Saturday, September 17, 2011

Planet Dinosaur Review

Since I reviewed Dinosaur Revolution, I might as well tackle the other big dino documentary that came out this month.  As with Dinosaur Revolution, this review only covers the first episode, which in this case was about Cenomanian North Africa.

Planet Dinosaur's special effects range from decent to sad.  While I could go on about the little details like Ouranosaurus chewing like a mammal, having depressions where its laterotemporal fenestrae are, Microraptor lacking primaries attached to its second finger and having wings which are too short, etc., the simple truth is that the dinosaurs are less accurate and less believable as real objects.  The maniraptorans (Troodon, Microraptor, Epidexipteryx) are especially poor.  That's not to say it's all bad.  The Rugops (possibly an Aucasaurus from the Auca Mahuevo episode) and Sarcosuchus look pretty good, the Spinosaurus is decent except for its short tail, and the Ouranosaurus dying had nice motions and rapid breathing.  Seeing this show really made me realize how good the models and animation were in Dinosaur Revolution though.  It's such a shame the talent/money spent on the latter couldn't have been used for a program like Planet Dinosaur.

As far as behavior goes, it was refreshing to see dinosaurs acting like dinosaurs.  There are a few stupid things, like Spinosaurus eating part of a fish, then leaving to catch more ("with prey plentiful, Spinosaurus can afford to be wasteful").  Or Rugops' subsequent portrayal as an obligate scavenger.  Or Spinosaurus slashing the fish with its hands, only to eat tiny bits at a time. But at least nothing they do is human-like.  The behavior is largely defended by reference to actual studies (see below), and the show does a good job of making a story based on these.  The larger narrative of Spinosaurus being the largest and last spinosaurid and dying from climate change was flawed because Late Cretaceous African dinosaurs are poorly known, and Hone et al. (2010) and Candeiro et al. (2004) described Santonian spinosaurids.  But Candeiro et al.'s conclusion was doubted in their 2006 paper and Hone et al.'s study is quite new.  Bearing in mind I don't know how accurate the paleoclimatology was, the larger story felt more plausible than Dinosaur Revolution's apparently tacked-on story of how dinosaur parenting helped their success.

My favorite part of Planet Dinosaur is that it manages to explicitly incorporate numerous journal articles.  These are shown in informational panels with the year of publication, age, country, and figures from the original articles or photos of specimens referenced by them.  They even managed to rotate one of Stromer's Spinosaurus vertebra drawings in 3D, haha.  We have Stromer (1915), Dal Sasso et al. (2005), Amiot et al. (2010), Dal Sasso et al. (2009), Sereno et al. (1996), Tanke and Currie (2000), Sereno et al. (2008), Kellner (2004), Charig and Milner (1986), and a biomechanical strength analysis of Carcharodontosaurus' jaws.  I don't know how much I agree with some of the conclusions (like amphibious spinosaurids), but at least they're actually from the scientific literature and not just random made-up possibilities.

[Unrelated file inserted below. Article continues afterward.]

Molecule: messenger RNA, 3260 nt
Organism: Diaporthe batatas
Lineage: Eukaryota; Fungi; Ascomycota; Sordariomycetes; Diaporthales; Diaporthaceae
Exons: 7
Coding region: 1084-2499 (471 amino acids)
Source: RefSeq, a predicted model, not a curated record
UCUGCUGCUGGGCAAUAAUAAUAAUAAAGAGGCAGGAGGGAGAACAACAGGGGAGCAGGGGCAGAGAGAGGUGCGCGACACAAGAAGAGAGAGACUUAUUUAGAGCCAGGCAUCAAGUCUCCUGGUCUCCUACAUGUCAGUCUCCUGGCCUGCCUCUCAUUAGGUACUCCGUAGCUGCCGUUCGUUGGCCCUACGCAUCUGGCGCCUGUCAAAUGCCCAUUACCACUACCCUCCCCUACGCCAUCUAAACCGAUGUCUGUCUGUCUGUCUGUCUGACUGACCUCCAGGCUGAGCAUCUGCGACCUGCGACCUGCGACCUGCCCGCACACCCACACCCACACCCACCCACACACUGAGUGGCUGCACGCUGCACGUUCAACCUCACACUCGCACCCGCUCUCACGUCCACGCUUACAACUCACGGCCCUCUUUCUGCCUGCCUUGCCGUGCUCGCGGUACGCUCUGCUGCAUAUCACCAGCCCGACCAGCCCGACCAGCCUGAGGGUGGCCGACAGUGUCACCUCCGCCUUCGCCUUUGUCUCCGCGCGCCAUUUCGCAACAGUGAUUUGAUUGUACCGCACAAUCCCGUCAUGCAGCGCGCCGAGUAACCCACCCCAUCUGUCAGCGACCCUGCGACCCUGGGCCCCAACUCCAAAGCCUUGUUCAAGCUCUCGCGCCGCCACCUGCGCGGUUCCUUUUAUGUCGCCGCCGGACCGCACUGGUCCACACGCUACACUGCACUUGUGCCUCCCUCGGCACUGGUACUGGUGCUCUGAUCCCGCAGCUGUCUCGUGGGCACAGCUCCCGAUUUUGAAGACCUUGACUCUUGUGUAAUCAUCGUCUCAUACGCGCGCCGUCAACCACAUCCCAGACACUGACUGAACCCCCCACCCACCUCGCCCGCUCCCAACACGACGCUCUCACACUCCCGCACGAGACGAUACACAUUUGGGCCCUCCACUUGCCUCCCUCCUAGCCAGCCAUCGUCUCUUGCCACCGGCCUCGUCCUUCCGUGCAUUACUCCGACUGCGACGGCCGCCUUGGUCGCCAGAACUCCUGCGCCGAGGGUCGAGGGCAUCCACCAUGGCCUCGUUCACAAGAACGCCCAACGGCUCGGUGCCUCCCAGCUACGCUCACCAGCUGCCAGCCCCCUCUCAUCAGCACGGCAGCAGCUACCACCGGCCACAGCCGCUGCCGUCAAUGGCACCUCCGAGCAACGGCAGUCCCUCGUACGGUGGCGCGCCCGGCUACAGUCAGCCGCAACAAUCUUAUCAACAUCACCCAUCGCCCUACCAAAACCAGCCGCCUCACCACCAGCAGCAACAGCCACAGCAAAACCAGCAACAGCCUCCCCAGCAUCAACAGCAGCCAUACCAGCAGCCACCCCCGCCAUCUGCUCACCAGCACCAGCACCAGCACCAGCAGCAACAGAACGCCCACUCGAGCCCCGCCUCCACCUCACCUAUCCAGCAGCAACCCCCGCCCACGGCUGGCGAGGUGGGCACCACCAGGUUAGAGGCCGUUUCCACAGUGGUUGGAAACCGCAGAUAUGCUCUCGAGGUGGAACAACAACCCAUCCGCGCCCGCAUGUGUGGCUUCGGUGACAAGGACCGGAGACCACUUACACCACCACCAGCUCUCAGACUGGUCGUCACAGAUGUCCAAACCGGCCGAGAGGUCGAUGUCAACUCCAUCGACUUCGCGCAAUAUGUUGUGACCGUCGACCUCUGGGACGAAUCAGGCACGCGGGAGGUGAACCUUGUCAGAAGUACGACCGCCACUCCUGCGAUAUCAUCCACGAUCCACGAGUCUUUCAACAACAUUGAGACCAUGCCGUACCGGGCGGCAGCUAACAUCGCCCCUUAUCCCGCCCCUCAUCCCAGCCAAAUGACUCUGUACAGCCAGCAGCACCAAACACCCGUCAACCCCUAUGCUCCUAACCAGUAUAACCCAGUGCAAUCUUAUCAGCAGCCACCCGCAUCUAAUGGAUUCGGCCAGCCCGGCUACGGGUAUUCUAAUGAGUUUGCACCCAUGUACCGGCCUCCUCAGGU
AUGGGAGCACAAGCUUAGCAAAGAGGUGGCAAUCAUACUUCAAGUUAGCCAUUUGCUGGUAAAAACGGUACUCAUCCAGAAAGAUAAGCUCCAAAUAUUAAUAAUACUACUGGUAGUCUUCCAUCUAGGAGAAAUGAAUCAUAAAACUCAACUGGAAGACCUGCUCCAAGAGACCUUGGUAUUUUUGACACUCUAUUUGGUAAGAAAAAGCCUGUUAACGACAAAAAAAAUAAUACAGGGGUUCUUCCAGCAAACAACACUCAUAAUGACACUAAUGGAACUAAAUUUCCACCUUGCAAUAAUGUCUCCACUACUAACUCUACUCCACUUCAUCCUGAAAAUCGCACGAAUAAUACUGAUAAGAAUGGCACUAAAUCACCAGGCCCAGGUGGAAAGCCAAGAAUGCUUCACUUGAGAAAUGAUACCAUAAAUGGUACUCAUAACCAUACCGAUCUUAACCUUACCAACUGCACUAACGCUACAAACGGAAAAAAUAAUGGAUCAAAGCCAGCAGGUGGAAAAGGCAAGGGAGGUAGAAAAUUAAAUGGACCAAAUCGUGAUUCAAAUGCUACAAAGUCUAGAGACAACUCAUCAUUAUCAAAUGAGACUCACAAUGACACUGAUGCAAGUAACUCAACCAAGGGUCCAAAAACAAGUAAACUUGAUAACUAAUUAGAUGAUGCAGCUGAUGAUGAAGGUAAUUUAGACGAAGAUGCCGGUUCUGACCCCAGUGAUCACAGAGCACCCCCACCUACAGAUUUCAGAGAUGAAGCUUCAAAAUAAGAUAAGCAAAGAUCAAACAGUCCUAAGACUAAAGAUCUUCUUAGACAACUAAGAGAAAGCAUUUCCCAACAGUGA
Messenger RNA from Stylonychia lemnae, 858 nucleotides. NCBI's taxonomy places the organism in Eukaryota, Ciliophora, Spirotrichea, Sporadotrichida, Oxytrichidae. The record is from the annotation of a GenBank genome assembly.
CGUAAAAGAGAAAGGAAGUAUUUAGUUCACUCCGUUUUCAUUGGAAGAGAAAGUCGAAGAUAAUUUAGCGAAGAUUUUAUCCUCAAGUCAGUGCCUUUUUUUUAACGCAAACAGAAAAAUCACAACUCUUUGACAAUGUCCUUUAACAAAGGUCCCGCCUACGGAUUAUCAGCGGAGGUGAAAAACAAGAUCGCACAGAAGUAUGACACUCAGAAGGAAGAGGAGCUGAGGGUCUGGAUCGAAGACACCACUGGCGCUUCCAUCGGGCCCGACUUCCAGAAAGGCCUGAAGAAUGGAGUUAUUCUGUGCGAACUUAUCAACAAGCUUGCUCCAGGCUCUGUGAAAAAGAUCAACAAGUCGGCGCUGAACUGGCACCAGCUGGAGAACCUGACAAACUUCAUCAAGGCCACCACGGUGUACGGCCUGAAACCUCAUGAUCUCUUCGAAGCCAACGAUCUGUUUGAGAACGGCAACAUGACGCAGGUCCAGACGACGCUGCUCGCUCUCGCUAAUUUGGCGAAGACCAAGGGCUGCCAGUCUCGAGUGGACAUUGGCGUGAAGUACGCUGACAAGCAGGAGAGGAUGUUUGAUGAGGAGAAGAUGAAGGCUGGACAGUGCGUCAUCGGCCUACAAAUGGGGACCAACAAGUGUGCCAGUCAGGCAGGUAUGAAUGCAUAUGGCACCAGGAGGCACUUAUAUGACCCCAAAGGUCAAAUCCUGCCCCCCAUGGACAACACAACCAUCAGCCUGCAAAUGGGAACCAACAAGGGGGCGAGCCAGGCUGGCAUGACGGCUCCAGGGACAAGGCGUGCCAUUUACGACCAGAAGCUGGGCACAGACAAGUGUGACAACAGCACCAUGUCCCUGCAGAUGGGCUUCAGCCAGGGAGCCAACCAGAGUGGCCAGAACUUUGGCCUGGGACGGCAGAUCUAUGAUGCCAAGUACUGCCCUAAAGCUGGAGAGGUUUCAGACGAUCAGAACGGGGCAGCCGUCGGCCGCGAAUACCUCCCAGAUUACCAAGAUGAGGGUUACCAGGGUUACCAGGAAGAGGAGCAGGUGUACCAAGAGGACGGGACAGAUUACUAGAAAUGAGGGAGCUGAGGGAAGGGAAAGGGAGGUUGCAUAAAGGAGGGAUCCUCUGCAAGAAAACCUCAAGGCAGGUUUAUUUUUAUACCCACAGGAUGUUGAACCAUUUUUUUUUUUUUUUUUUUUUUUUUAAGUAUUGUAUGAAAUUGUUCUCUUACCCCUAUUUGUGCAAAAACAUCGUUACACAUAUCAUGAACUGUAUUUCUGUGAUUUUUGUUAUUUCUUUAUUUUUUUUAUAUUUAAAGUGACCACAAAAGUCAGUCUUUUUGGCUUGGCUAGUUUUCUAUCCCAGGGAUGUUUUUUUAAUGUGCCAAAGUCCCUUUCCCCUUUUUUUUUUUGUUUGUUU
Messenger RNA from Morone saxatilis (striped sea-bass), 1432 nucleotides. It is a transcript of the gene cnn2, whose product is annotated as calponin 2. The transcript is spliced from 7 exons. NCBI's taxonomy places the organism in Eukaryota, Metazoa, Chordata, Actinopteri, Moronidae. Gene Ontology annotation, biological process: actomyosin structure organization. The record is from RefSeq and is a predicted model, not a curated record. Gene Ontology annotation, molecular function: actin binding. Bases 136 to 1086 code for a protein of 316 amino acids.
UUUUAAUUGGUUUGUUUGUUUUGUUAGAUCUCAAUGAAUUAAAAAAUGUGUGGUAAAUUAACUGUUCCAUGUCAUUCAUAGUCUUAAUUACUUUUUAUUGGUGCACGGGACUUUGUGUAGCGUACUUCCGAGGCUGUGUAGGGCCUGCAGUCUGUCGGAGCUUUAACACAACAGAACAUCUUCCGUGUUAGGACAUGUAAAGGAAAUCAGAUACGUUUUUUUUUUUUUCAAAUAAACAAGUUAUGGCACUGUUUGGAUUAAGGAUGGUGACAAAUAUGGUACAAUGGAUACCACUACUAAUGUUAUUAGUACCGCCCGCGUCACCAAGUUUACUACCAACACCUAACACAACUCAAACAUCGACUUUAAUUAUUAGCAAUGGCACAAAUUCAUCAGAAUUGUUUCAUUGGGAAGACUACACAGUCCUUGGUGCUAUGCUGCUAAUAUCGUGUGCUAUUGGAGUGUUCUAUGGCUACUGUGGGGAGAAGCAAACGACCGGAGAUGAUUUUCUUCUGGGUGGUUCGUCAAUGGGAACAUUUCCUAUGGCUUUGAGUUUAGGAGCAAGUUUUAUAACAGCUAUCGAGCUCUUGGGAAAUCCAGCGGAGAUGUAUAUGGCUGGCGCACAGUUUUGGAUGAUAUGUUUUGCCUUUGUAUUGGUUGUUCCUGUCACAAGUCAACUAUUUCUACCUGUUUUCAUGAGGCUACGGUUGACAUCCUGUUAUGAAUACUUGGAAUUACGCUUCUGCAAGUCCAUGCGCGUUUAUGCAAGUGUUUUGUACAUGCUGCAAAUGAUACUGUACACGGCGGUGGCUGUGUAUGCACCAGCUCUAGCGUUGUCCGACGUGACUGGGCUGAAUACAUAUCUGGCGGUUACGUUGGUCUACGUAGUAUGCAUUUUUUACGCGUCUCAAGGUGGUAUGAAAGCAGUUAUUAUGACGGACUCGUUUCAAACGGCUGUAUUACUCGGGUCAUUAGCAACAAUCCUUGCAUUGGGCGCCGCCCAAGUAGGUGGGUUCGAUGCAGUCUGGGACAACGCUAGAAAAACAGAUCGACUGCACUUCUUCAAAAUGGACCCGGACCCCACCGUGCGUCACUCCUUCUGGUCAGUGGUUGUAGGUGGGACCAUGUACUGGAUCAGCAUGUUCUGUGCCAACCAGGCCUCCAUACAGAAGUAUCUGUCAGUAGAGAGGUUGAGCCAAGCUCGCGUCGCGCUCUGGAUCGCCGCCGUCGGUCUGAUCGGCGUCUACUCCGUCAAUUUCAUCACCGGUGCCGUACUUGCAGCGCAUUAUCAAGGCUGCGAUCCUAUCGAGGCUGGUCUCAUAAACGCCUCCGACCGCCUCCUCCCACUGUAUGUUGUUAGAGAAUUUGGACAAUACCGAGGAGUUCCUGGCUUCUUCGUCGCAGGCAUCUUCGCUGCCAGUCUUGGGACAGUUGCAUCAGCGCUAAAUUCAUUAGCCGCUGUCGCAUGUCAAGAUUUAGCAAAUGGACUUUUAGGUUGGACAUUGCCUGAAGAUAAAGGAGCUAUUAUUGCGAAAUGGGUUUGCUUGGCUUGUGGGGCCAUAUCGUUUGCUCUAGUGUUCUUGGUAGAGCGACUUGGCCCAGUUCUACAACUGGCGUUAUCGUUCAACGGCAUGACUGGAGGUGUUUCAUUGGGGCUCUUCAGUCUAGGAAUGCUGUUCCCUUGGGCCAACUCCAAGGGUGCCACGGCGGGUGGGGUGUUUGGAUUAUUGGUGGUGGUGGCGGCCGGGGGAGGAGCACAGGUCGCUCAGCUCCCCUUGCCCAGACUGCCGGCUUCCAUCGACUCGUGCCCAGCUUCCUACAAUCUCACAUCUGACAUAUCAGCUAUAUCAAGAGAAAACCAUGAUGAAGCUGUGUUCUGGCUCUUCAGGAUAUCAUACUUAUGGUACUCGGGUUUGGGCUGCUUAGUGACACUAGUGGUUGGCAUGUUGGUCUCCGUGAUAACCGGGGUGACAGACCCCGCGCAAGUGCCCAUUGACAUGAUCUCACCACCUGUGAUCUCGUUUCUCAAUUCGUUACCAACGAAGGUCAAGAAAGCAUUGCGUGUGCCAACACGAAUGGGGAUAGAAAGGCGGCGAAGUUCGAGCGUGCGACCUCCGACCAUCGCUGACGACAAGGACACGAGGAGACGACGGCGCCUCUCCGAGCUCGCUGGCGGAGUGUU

There are ocassional errors, like overlaying a tyrannosaurid dentary on Sinraptor's skull, or using Stromer's reconstruction as the basis of the Spinosaurus skeletal, resulting in one of the worst reconstructions I've seen.  It's good they knew to tilt it horizontal and give it the right skull, but the anatomy!  Sacral neural spines lateral to the ilium, the femur articulating with the postacetabular process, two sets of pubes... I could insult it all day. 

Please put this travesty out of its misery
And yet other details of their informational panels are accurate, such as Irritator and Siamosaurus being inconspicuously listed as additional spinosaurids on the map.  Overall, it's quite good.  I actually learned what Onchopristis was, and that there's a partial Spinosaurus maxilla with an Onchopristis tooth embedded in it (not just MSNM V4047 with its embedded vertebra).  There's also apparently a Spinosaurus neural spine found in 2008 in Morocco that had been broken in life, which I had never heard of.  Any time a dinosaur show manages to teach ME something, I'm impressed. 

So I quite liked Planet Dinosaur.  It's almost the exact opposite of Dinosaur Revolution- generally inaccurate restorations behaving fairly realistically, packed full of references to specific discoveries in the literature, telling us what we know and why.  I'll be watching the following episodes, and contra my earlier statement I'll probably tune in to the other Dinosaur Revolutions too.  I'll just have to treat the latter like the Transformers 2 of dinosaur programs- pretty to watch, but turn off your brain.  On the other hand, I'll be interested to see if Planet Dinosaur presents any more discoveries I hadn't heard of. 


  1. I agree again.

    We needed the artists and modellers from Dinosaur Revolution to be working on this. That would make for an excellent show. Though Planet Dinosaur is still pretty good overall.

  2. Your "the Transformers 2 of dinosaur programs" is the best description of DR ever!

  3. "Any time a dinosaur show manages to teach ME something, I'm impressed."

    I agree!

  4. As with Dinosaur Revolution, this review only covers the first episode, which ...